Comforting elderly loved one with dementia on hammock

Dementia Care: A Caregivers Guide

This article has been medically reviewed by Dr. Martin Duggan in 2021

This content is not intended to be a substitute for professional medical advice, diagnosis, or treatment. Always seek the advice of your physician or another qualified health provider with any questions you may have regarding a medical condition.

Dementia is the most common reason adults end up in caregiving roles. While it is not a specific disease, dementia is a constellation of problems that revolve around declining memory and other cognitive abilities. Alzheimer’s disease is the most common form of dementia, but there are several other ways the condition can develop. Vascular Dementia, which occurs due to accumulated large and small strokes, is the second most common form of dementia. Other common forms include Lewey-Body Dementia and Fronto-Temporal Dementia. As a caregiver, you know that dementia in any form can cause confusion and stress for the sufferer and their loved ones. It is crucial to ensure you have the information and support you need to prepare for the journey ahead. 

Dementia caregivers can experience burnout, stress, and emotional difficulties. Fortunately, there are plenty of ways to minimize these effects. Staying informed on the condition, building a toolkit for managing dementia care, and taking care of yourself are a few of the best ways to maximize quality of life for both you and your loved one.

Below you will find more information about dementia in the elderly and we will review some strategies for planning daily routines as a caregiver. While providing dementia care can take an immense toll on many areas of life, caregivers are not alone. You deserve support, too. Read on to find information that can improve your caregiver experience.

An Overview of Dementia in the Elderly

Dementia becomes more common as people age, and most people with the condition are 65 or older. Statistics show the percentage of people with Alzheimer’s dementia increases with age, but it is not a normal part of the aging process. Three percent of people aged 65-74 have the condition, while the number jumps to 17 percent in people aged 75-84, and 32 percent in people 85 or older. Here are some other facts to know about this illness.

  • Dementia is a progressive brain disorder that disrupts our normal capacity to think, remember, communicate, and carry out daily activities.
  • Around 5.8 million Americans aged 65 or older have Alzheimer’s dementia. Eighty percent of those sufferers are 75 or older.
  • An estimated 50 million people around the world have dementia.
  • Dementia is one of the main reasons older adults become dependent on a caregiver.
  • There are currently no known treatments that cure or reverse neurodegenerative forms of dementia.

Risk Factors and Forms of Dementia

Dementia is a general term for diseases that cause progressive memory loss and cognitive impairment. Age is the most common risk factor associated with these diseases. The older we get the more likely we are to suffer from dementia. There are a few other things that have been linked with an increased likelihood of developing dementia. These other risk factors include heredity, cardiovascular disease, and traumatic brain injury. There are other factors which may be protective such as high levels of education and academic achievement.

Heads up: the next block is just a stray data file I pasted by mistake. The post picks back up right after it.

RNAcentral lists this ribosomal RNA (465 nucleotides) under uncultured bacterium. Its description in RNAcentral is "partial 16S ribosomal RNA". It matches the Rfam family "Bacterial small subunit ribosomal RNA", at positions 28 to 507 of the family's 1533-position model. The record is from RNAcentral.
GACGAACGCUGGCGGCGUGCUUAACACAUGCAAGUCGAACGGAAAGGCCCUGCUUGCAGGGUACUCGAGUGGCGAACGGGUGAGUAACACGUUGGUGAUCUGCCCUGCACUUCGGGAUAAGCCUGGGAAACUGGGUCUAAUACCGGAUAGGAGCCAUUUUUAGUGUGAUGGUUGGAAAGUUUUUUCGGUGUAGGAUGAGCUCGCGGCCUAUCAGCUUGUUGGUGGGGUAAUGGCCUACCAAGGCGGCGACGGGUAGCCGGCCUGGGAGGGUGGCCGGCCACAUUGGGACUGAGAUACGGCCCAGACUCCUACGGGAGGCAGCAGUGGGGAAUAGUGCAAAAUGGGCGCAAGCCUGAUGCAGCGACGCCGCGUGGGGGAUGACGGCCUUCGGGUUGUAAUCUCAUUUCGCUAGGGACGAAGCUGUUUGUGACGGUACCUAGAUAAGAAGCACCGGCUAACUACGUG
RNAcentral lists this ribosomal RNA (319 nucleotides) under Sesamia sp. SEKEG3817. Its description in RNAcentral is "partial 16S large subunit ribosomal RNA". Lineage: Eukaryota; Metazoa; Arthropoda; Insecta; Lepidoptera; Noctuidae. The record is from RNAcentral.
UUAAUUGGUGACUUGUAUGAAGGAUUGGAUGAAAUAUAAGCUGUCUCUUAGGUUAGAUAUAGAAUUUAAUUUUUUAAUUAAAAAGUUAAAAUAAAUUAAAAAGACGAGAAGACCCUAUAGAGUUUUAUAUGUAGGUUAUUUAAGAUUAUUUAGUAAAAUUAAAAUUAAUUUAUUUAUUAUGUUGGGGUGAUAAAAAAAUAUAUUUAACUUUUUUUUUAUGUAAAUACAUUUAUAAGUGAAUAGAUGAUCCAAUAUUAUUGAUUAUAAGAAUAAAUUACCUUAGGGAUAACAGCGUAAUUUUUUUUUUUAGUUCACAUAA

Here are the most common types of dementia.

  • Alzheimer’s disease, which makes up between 60 and 80 percent of cases
  • Mixed pathologies, defined when more than one brain change associated with dementia is present
  • Lewy body disease
  • Cerebrovascular disease
  • Fronto-temporal lobar degeneration
  • Parkinson’s disease

Signs and Symptoms of Dementia

Throughout the course of the condition, there are signs and symptoms which may be harbingers of either the initial development of dementia or its progression. By knowing a bit about how dementia typically progresses we can have a better idea of what to expect and how to plan and prepare for what comes next. Here are a few of the signs that tell us that the disease has progressed into a new phase.

  • In the early stages of dementia, you may notice your loved one is often forgetful of small details, gets lost easily, and misplaces things.
  • In the middle stages of dementia, you can expect your loved one to forget names, faces, and recent events. They may become lost in familiar environments and need help with basic tasks. Your loved ones may repeat themselves and behave in unusual ways.
  • In the later stages of dementia, your loved one will be almost entirely dependent on you in every stage of their daily routines. They may be quite confused about the year or their location. They may find it difficult to stand or walk without help.
  • In the final stage of dementia, your loved one may need help going to the bathroom and cleaning themselves. They may lose their ability to swallow normally. They may lose the ability to speak. The very last thing to go, present to the very end of life is the smile on their face when they see you. This social smile persists until the end, and when it goes away we can know that our loved one is ready to move on from this life.

Each stage of dementia presents immense emotional and logistical challenges to caregivers. Read on for ideas to help manage the caregiving process. These ideas can help you and your loved one achieve a better quality of life during this unpredictable journey. You can learn more about the stages of dementia here.

Caring for Yourself While Caring for Someone with Dementia

Providing care for a loved one suffering from this disease can impart financial, physical, and mental stress. Many caregivers have sacrificed enormously for loved ones. It often feels like a thankless role. 

It is easy to forget, but caregivers can improve someone’s life just by being present each day. But sometimes, we can feel overwhelmed. When we do, it is important for ourselves and for the people who need us, that we reach out for support from family, friends, or from a mental health professional. Here are a few of the symptoms you may experience at some point in your caregiving journey.